• Burn some trees. Print out the drafts and pin them to a wall at home where I can see them and doodle. My bookcases can live elsewhere – like computers, they store and enclose.
  • More structure. Could backfire, depending on what I “goal” for. A low-variable goal of baking x dozen cookies for a potluck generally results in x dozen cookies. A goal of coming up with x dozen new cookie recipes in a year could take off in almost x dozen different ways. Goodness knows what a goal of learning about food chemistry through cookie baking would produce, but it could be infinitely more interesting than simply baking x dozen cookies.

Does this tale of WordPress ring a bell with any of you? Please comment.

Random Bytes On Naked Blogging

How much self disclosure is too much?

Some is essential, because readers need a degree of background information, and not only on the facts and logistics of a non-personal issue. As long as I want to communicate why I care, there will be times when I’ll need to reveal myself.

I worry that speaking too much from my “me” place might turn off readers, for two main reasons:

  1. Readers would be bored as hell. Why would someone who wants me to get back to my WordPress walkabout (or whatever) want to read stories about my feelings?
  2. Too much of the wrong information is a distraction. Once I start getting naked, every layer of disclosure presents new questions about how much is too much, and too much is… LOL… well, let’s move along.

Getting Into Trouble

There is such a thing as not enough of a good thing. Just to the not-far-enough side of self indulgence I would get into trouble with myself if I did not dig into own voice, for two main reasons:

  1. I’d be bored as hell. It’s not only about the reader. I’ve got to be engaged, too, you know.
  2. The guilt would not be inspiring. I’d feel like a spammer, adding more junk to the heap of what’s online.

Writing For An Audience Greater Than Three

For those of you who don’t have magical insight to my thought process, an audience greater than three is anyone more than me, myself and I.

One good thing talking to myself is that I already, hopefully, understand my own frame of reference. If not, that frame of reference may be too loosey goosey to hold together in sentences and paragraphs. It may be like a half-finished sculpture that needs to be rolled down a hill to knock off the a few problematic parts. I won’t know until I take a chance on turning it over a few times.

Sometimes I find out what I’m really thinking after I start to write.

The minute I write something down I’ve got issues. Grammar and the “spellchucker” vie for attention like wild toddler twins playing trampoline on someone else’s bed, while just around the corner the imagined “someone else” lurks, wondering what’s going on and how long it will last.

If I try to placate the lurker I lose the idea.

Some ideas remind me of my uncle attempting to wink charmingly while saying to my aunt, “your baby needs changing.”

Herding The Feral Idea Virus

No, I didn’t know what I was going to write after that heading. It just popped out somehow, and then there was a little feeling of spark. Good spark. I can work with good spark, and, like compost, it doesn’t have to smell good to lead to something good.

I may not want to share the sources or products of all my good sparks, but if I can avoid getting sidetracked into too much personal information, letting *some* of my personal crap out to play can help get the writing rolling. If I am willing to expose myself to the elements I can start on no spark, stir the compost and watch for signs of rebirth amongst the afterbirth.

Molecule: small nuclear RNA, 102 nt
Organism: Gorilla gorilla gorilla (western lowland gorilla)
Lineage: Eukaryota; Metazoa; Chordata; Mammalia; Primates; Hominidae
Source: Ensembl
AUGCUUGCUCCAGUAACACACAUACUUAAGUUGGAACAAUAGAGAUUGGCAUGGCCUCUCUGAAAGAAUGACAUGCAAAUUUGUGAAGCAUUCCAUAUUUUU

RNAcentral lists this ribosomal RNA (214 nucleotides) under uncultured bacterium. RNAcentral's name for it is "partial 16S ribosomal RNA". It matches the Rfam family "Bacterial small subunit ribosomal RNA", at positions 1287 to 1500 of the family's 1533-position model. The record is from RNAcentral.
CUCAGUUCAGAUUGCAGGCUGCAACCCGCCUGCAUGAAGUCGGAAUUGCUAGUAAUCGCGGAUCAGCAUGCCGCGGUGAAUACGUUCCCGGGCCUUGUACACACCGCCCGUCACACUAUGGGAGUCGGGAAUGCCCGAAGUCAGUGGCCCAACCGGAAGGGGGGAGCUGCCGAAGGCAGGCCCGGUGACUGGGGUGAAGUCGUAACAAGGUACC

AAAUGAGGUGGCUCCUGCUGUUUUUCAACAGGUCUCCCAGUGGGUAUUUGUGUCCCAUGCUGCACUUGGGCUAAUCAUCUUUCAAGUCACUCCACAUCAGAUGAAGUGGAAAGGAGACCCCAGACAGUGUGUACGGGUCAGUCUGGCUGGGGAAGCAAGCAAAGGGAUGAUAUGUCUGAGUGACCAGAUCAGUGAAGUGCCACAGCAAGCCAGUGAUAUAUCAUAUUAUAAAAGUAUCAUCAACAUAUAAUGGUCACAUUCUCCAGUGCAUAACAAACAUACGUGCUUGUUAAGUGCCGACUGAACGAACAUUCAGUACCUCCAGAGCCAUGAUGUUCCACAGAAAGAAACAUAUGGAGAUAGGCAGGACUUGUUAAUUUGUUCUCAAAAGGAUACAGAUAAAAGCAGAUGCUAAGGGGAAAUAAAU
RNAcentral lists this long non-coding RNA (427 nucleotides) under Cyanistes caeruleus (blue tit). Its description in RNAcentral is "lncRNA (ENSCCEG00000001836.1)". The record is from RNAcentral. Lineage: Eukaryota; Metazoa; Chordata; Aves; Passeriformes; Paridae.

Sign: this is what might happen next.

Sign: honey, you’re not going to say that in public.

Sign: *why* you’re not going to say that in public is… excuse me…

Sign: *why* is. Is is is.

Written with a pair of “compost” kickers and ten gallon tip of the hat to Jonathan Fields Strip Blogging: how naked will you go?, and a grinning honorific to my talented friend Miriam and her encouragement for my writing.

Protecting Customizations to WordPress Default

So, it’s time to install an important security upgrade. You back up your database, but forget to back up your customized version of a theme that comes with WordPress. When performing the upgrade, the new Default files overwrite the old ones, and your work on WordPress Default is lost.

There are two lessons here. The really obvious one is to back up everything before doing anything, but you might also want to look giving that customized Default theme a new home.

How To Start a New Theme

It’s very simple. Very quick. Very easy.

Step One: Back up your theme

Now that there is a copy sitting on your computer, you’re free to play.

Step Two: Add a new theme name to style.css

Open style.css with a text editor. At the top there is a list of information, between comment tags. Every theme must include a style.css, and the top of style.css must provide details about the theme in the form of comments. Some lines are required, some are optional. No two installed themes should have the same Theme Name.

Here is an example credits block:

Theme Name: Theme Name
Theme URI: the-theme's-homepage
Description: a-brief-description
Author: your-name
Author URI: your-URI
Template: use-this-to-define-a-parent-theme--optional
Version: a-number--optional
General comments/License Statement if any.

WordPress uses “Theme Name” to identify each theme in Presentation > Themes. Spaces and punctuation are fine. If your theme name is J@ne’Z Custom GiZmo BiZ, your Theme Name line might look like this:

Theme Name: J@ne'Z Custom GiZmo BiZ

Feel free to add your own information to the rest of the credits. When building on top of someone else’s work, it’s good form to leave some of their credits in place, at the very least in the general comments area.

Step Three: A new folder for a new theme